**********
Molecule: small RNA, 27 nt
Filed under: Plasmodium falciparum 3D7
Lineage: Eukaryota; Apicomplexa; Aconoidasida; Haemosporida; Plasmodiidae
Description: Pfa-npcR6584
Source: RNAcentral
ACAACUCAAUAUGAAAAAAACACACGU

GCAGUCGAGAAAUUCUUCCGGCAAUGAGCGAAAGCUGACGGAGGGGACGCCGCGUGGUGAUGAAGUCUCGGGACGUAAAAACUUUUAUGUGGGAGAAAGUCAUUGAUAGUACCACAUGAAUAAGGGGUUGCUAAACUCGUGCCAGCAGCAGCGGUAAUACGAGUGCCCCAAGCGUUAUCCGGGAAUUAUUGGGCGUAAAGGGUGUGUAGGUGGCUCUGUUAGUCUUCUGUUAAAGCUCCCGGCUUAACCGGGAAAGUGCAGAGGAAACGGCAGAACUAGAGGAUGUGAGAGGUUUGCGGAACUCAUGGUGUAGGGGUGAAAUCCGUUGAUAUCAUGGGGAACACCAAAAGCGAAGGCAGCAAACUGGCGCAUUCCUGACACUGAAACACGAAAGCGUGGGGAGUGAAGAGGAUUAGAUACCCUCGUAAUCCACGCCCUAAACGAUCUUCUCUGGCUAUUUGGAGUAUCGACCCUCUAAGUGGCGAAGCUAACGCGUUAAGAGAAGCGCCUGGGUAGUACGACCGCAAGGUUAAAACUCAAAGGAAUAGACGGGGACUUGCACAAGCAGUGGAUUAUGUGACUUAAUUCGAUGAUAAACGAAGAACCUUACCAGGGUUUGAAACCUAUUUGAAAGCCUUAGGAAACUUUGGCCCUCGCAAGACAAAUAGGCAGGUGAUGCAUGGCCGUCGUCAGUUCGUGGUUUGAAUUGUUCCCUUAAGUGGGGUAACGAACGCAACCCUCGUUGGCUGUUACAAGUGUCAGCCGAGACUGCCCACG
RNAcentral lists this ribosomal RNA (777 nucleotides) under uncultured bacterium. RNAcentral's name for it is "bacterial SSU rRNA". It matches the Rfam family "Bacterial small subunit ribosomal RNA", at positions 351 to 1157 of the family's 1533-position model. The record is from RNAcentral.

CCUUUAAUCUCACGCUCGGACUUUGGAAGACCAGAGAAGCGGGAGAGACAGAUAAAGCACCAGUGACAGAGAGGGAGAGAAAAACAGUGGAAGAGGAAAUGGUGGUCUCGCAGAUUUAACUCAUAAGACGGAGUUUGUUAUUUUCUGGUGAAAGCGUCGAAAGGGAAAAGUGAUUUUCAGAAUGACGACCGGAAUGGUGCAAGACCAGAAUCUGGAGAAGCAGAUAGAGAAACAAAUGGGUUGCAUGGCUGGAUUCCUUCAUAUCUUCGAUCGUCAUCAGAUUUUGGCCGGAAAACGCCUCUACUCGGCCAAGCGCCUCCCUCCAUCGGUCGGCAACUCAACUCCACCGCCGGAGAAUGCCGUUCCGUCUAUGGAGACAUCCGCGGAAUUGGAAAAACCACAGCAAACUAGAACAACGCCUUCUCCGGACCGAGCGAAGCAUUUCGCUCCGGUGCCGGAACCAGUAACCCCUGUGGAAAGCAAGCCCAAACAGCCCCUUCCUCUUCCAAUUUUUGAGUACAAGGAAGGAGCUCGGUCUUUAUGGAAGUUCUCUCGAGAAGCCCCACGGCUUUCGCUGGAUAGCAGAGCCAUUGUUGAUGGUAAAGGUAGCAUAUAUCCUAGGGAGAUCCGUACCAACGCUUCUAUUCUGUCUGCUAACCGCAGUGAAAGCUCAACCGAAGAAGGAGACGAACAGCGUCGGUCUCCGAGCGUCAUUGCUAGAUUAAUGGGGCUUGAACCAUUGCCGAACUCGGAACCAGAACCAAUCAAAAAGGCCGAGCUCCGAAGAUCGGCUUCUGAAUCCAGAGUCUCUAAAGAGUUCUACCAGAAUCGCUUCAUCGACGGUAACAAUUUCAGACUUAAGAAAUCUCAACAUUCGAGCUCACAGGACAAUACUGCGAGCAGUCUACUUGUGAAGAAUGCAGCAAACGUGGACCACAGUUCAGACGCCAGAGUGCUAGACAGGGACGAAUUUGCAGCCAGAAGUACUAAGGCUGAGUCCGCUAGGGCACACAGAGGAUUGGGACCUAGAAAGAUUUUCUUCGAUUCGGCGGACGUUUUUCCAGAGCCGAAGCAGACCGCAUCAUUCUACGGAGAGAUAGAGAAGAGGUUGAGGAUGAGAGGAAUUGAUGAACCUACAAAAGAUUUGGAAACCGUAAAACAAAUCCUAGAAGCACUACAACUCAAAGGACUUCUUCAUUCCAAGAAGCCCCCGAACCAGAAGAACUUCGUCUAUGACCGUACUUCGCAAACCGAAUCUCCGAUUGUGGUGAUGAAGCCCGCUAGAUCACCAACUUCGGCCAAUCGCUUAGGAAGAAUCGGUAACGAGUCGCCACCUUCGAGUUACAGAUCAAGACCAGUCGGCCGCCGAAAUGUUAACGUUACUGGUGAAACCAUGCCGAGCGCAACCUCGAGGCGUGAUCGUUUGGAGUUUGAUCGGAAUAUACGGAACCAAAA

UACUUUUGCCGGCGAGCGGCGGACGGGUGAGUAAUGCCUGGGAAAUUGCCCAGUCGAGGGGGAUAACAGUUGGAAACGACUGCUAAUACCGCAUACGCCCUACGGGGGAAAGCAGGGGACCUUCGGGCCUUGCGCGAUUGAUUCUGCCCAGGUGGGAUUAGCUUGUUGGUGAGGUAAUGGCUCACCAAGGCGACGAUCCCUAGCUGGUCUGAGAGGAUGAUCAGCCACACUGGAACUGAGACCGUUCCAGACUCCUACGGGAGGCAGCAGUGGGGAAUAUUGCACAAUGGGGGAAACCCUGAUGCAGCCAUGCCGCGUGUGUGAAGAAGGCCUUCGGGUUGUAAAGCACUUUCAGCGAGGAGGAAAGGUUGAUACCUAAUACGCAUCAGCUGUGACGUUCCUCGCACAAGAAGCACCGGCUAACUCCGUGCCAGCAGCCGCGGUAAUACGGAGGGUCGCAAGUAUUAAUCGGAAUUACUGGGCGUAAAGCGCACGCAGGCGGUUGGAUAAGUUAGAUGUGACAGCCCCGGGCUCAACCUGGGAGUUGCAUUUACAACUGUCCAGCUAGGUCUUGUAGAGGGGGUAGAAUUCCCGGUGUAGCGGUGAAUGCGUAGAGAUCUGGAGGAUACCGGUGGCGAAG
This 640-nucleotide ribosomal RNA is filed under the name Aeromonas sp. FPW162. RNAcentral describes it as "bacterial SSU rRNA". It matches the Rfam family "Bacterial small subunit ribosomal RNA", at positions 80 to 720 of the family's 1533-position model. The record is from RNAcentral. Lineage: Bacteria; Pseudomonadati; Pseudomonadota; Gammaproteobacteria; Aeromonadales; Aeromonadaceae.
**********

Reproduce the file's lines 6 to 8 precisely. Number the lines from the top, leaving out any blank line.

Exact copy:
ACAACUCAAUAUGAAAAAAACACACGU

GCAGUCGAGAAAUUCUUCCGGCAAUGAGCGAAAGCUGACGGAGGGGACGCCGCGUGGUGAUGAAGUCUCGGGACGUAAAAACUUUUAUGUGGGAGAAAGUCAUUGAUAGUACCACAUGAAUAAGGGGUUGCUAAACUCGUGCCAGCAGCAGCGGUAAUACGAGUGCCCCAAGCGUUAUCCGGGAAUUAUUGGGCGUAAAGGGUGUGUAGGUGGCUCUGUUAGUCUUCUGUUAAAGCUCCCGGCUUAACCGGGAAAGUGCAGAGGAAACGGCAGAACUAGAGGAUGUGAGAGGUUUGCGGAACUCAUGGUGUAGGGGUGAAAUCCGUUGAUAUCAUGGGGAACACCAAAAGCGAAGGCAGCAAACUGGCGCAUUCCUGACACUGAAACACGAAAGCGUGGGGAGUGAAGAGGAUUAGAUACCCUCGUAAUCCACGCCCUAAACGAUCUUCUCUGGCUAUUUGGAGUAUCGACCCUCUAAGUGGCGAAGCUAACGCGUUAAGAGAAGCGCCUGGGUAGUACGACCGCAAGGUUAAAACUCAAAGGAAUAGACGGGGACUUGCACAAGCAGUGGAUUAUGUGACUUAAUUCGAUGAUAAACGAAGAACCUUACCAGGGUUUGAAACCUAUUUGAAAGCCUUAGGAAACUUUGGCCCUCGCAAGACAAAUAGGCAGGUGAUGCAUGGCCGUCGUCAGUUCGUGGUUUGAAUUGUUCCCUUAAGUGGGGUAACGAACGCAACCCUCGUUGGCUGUUACAAGUGUCAGCCGAGACUGCCCACG
RNAcentral lists this ribosomal RNA (777 nucleotides) under uncultured bacterium. RNAcentral's name for it is "bacterial SSU rRNA". It matches the Rfam family "Bacterial small subunit ribosomal RNA", at positions 351 to 1157 of the family's 1533-position model. The record is from RNAcentral.